“I have a headache,” I said, reaching for the bottle of ibuprofen in our cupboard.
“Should we take your temp?”
“Maybe later, I need to start dinner.”
“Let’s just take it,” my husband handed me the thermometer. He had read a few days earlier that frequent temperature checks were now commonplace in China and had been taking his on the daily ever since.
“Is that bad,” our eleven-year-old asked, his eyebrows squeezed together. “Are you sick, Mom?”
I looked my husband. He held my gaze briefly before we both turned to look at him.
“Nah,” I said. “I’m probably just hot from cleaning the bathroom or something. I’ll take it again after dinner.”
By the time we finished dinner and the ibuprofen had kicked in, I was feeling better and my temperature was 98.9. Just a fluke, we figured, and when we woke up in the morning, we had all but forgotten about it.
But by 11am, as I sat on the couch attempting to write while our boys busied themselves with online classes and practicing Spanish and working on yo-yo skills, the fever was back. And this time I knew it before I even reached for the thermometer.
I told my husband I was going to go upstairs and take a nap. But I didn’t tell him that my chest hurt. And I didn’t tell him that I had been feeling a strange and painful spidering sensation in and around what I assumed were my lungs for the past few days. I didn’t want to worry him. And besides, it was probably nothing. I’d take a nap and we could reassess when I woke up.
But I couldn’t sleep. When my husband came upstairs to check on me a couple hours later, I told him about the pain in my chest and we took my temp again. It was 100.5. My breathing was shallow as we sat wordlessly on the edge of the bed together but whether it was anxiety or illness, I couldn’t say.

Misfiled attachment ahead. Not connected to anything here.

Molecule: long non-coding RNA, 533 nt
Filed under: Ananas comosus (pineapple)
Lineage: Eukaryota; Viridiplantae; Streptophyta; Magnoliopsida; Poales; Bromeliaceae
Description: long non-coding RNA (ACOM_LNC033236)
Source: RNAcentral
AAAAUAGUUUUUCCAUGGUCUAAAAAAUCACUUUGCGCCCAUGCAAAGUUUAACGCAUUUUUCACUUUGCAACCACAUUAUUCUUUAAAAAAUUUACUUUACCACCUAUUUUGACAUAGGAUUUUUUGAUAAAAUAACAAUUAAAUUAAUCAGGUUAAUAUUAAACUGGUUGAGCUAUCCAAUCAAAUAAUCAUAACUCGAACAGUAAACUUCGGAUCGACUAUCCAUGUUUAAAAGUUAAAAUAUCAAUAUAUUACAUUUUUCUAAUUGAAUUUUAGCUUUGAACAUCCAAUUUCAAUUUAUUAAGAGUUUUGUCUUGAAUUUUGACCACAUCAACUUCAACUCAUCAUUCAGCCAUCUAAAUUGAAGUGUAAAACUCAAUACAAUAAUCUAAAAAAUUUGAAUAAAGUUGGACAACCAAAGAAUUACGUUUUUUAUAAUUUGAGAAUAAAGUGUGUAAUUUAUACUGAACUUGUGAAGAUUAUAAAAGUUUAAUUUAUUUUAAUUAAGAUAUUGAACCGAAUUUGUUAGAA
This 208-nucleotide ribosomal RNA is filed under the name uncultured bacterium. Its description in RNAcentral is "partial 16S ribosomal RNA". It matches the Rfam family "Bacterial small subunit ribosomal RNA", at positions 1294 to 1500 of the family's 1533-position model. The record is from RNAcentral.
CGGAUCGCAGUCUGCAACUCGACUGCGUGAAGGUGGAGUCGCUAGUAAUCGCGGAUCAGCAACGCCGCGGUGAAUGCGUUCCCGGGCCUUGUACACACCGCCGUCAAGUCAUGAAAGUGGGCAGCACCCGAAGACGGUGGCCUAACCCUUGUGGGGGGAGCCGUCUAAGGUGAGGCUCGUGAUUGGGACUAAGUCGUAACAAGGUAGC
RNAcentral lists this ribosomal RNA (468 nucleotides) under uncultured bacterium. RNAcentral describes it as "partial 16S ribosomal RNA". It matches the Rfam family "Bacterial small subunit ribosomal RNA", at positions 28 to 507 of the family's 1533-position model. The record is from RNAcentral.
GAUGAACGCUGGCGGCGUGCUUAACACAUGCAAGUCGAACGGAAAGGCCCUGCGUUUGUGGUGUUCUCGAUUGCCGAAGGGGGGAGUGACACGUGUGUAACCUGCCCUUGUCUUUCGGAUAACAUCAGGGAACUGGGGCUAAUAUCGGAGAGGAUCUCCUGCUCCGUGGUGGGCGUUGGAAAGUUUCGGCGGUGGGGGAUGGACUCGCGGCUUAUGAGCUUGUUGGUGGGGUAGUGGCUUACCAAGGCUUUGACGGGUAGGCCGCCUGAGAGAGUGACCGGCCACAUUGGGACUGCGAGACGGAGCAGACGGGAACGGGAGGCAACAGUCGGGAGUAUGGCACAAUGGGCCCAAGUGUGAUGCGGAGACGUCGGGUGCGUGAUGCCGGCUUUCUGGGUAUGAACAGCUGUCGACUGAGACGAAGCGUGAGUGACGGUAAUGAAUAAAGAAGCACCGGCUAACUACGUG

We knew I should move my things downstairs and quarantine myself but it was still hard to make the call. Hard to believe it was necessary. Hadn’t I just made everyone pancakes for breakfast? Surely everyone had already been exposed to whatever I had.
I threw my toothbrush and some clothes into a bag, tossed in a stack of books and grabbed my blanket. While my husband explained the situation to the kids, I opened our only bottle of Clorox wipes — the ones I’d been saving for an emergency — and wiped down the counters in the bathrooms and every surface between my bedroom on the top floor and the guest room on the bottom. It seemed pointless, considering all the ways I’d already exposed everyone, but I figured it couldn’t hurt. And besides, it was the reason I’d been saving them in the first place — for just such a moment.
I moved downstairs on Thursday, April 2, and that first night felt endless. Elastic. It seemed to stretch and pull out in front of me into some unknown, infinite darkness. Not because I was sick, really, but because I was scared. Was this the coronavirus or could it be something else? There was no way to know but I rolled the possibilities around in my mind in an endless loop. Aside from my daily walks I hadn’t left our house in a week except once to get groceries and once for a bike ride but it did seem a very strange time to come down with a respiratory illness featuring a fever, chest pain and shortness of breath.
My husband tells me it was a never-ending night for him as well. Our boys camped out with him in our room upstairs and he laid awake for a long while after they had fallen asleep, staring at the wall in a sort of mute terror.
I searched endlessly for online articles and first-person stories about people who actually had Covid-19. There were surprisingly few. There were plenty of posts and memes about beating the boredom of quarantine which I’m sure I would have found funny a few days earlier. There were state-by-state statistics, symptom checkers, and endless speculation about how to calculate the R nought.